TROY, NY - Researchers at Rensselaer Polytechnic Institute developed a new method for creating a layer of gold nanoparticles that measures only billionths of a meter thick. These self-assembling gold coatings with features measuring less than 10 nanometers could hold important implications for nanoelectronics manufacturing.
In addition, Sang-Kee Eah, assistant professor in the Department of Physics, Applied Physics, and Astronomy at Rensselaer, demonstrated how the gold nanoparticles assemble into a unique uniform pattern called a superlattice. Eah observed a superlattice measuring 20 microns, with a distance between lines of nanoparticles - or lattice constant - of 8.8 nanometers. He said the 20-micron superlattice domain is the largest ever documented, and this new technique could lead to even larger superlattices with even tinier features.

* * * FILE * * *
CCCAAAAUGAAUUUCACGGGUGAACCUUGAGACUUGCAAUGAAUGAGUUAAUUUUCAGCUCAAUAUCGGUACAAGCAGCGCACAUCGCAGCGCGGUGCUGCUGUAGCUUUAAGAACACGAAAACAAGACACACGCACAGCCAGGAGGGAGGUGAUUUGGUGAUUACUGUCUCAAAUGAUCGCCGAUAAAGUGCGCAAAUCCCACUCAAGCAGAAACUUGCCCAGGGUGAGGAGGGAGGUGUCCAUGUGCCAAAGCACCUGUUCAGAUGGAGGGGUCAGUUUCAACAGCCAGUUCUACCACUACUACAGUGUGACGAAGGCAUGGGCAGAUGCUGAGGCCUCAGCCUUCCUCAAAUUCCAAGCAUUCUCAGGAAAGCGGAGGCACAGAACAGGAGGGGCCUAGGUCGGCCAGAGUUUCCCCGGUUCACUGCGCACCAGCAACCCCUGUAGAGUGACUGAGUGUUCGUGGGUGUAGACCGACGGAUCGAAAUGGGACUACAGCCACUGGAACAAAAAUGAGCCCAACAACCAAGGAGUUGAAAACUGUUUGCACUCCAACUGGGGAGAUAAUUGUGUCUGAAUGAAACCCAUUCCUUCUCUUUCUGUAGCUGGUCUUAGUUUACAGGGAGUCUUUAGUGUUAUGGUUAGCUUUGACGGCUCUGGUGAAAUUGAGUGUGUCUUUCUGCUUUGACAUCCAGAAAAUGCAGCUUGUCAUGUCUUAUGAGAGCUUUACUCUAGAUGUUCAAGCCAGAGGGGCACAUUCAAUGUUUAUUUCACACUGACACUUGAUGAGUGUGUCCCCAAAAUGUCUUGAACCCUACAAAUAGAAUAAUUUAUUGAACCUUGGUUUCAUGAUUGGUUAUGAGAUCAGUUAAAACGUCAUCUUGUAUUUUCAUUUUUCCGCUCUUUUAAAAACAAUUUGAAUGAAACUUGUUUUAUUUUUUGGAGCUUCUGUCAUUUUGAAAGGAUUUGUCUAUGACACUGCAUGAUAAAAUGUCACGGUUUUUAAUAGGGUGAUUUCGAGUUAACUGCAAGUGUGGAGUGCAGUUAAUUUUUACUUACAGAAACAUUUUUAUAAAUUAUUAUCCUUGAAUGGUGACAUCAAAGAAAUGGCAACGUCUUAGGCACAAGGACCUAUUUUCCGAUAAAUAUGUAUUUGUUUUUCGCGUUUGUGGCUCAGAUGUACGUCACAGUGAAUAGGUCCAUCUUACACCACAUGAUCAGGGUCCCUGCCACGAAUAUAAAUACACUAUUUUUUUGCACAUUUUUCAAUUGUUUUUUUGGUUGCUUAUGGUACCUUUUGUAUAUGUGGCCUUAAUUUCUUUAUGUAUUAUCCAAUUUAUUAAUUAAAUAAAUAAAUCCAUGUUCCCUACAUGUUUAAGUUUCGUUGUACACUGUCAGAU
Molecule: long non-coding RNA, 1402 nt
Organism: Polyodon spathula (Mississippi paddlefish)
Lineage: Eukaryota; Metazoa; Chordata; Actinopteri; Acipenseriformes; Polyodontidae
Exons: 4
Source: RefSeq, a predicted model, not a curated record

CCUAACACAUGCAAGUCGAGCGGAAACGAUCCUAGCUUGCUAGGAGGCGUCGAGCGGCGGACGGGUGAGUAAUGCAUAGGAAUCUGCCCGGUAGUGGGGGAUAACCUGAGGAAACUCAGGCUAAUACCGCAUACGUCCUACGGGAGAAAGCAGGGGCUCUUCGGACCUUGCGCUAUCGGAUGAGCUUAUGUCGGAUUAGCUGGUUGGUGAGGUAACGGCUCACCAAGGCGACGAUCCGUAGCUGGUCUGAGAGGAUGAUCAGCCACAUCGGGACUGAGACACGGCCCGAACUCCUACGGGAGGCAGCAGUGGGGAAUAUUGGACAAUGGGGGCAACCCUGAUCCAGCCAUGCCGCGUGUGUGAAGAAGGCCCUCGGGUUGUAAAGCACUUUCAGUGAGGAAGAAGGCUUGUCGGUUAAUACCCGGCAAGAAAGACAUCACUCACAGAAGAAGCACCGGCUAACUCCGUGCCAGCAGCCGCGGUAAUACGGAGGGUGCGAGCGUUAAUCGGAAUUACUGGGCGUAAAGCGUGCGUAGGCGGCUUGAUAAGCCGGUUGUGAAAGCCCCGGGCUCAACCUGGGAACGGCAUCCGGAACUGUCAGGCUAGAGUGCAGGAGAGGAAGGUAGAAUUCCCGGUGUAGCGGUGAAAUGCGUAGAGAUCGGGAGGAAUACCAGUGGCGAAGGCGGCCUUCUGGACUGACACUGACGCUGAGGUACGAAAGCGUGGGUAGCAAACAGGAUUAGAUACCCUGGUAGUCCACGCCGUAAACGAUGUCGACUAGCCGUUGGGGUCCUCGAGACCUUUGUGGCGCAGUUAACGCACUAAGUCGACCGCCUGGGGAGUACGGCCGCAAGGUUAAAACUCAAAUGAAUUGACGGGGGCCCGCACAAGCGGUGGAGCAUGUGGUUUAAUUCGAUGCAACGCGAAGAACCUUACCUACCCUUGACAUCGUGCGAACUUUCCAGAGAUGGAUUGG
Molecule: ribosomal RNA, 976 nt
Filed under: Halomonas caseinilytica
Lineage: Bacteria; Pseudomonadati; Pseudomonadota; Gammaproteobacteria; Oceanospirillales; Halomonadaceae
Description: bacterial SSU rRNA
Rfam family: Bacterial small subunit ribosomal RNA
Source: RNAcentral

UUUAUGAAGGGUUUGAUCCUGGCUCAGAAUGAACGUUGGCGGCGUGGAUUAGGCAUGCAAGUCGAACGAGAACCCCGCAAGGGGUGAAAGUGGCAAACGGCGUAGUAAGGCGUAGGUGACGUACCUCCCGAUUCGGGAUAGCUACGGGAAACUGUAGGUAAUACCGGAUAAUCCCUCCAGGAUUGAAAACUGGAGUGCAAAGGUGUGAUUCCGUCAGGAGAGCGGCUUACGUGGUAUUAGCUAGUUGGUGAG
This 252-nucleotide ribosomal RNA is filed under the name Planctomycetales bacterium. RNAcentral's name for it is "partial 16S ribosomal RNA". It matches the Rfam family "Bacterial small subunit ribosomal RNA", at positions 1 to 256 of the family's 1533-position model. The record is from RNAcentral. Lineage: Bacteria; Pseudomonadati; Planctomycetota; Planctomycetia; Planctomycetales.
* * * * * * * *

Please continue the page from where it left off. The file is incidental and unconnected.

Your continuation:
“Thinking about semiconductors, this discovery could offer new solutions for scaling down the features of today’s most advanced 32-nanometer computer chips to have features in the range of less than 20 nanometers, or even less than 10 nanometers,” Eah said. He used scanning electron microscopy, with Moire interference patterns, to measure the boundaries of the superlattice.
Results of the study, titled “A very large two-dimensional superlattice domain of monodisperse gold nanoparticles by self-assembly,” were recently published in the Journal of Materials Chemistry. The paper may be viewed online athttp://dx.doi.org/10.1039/C1JM11671A.
To create the nanolayer, Eah infused liquid toluene - a common industrial solvent - with gold nanoparticles. The nanoparticles form a flat, closely packed monolayer of gold on the surface of the liquid where it meets air. By moving the nanolayer of gold nanoparticles to another air-water surface, the large superlattice was formed and coated onto a silicon wafer after the toluene and water evaporated.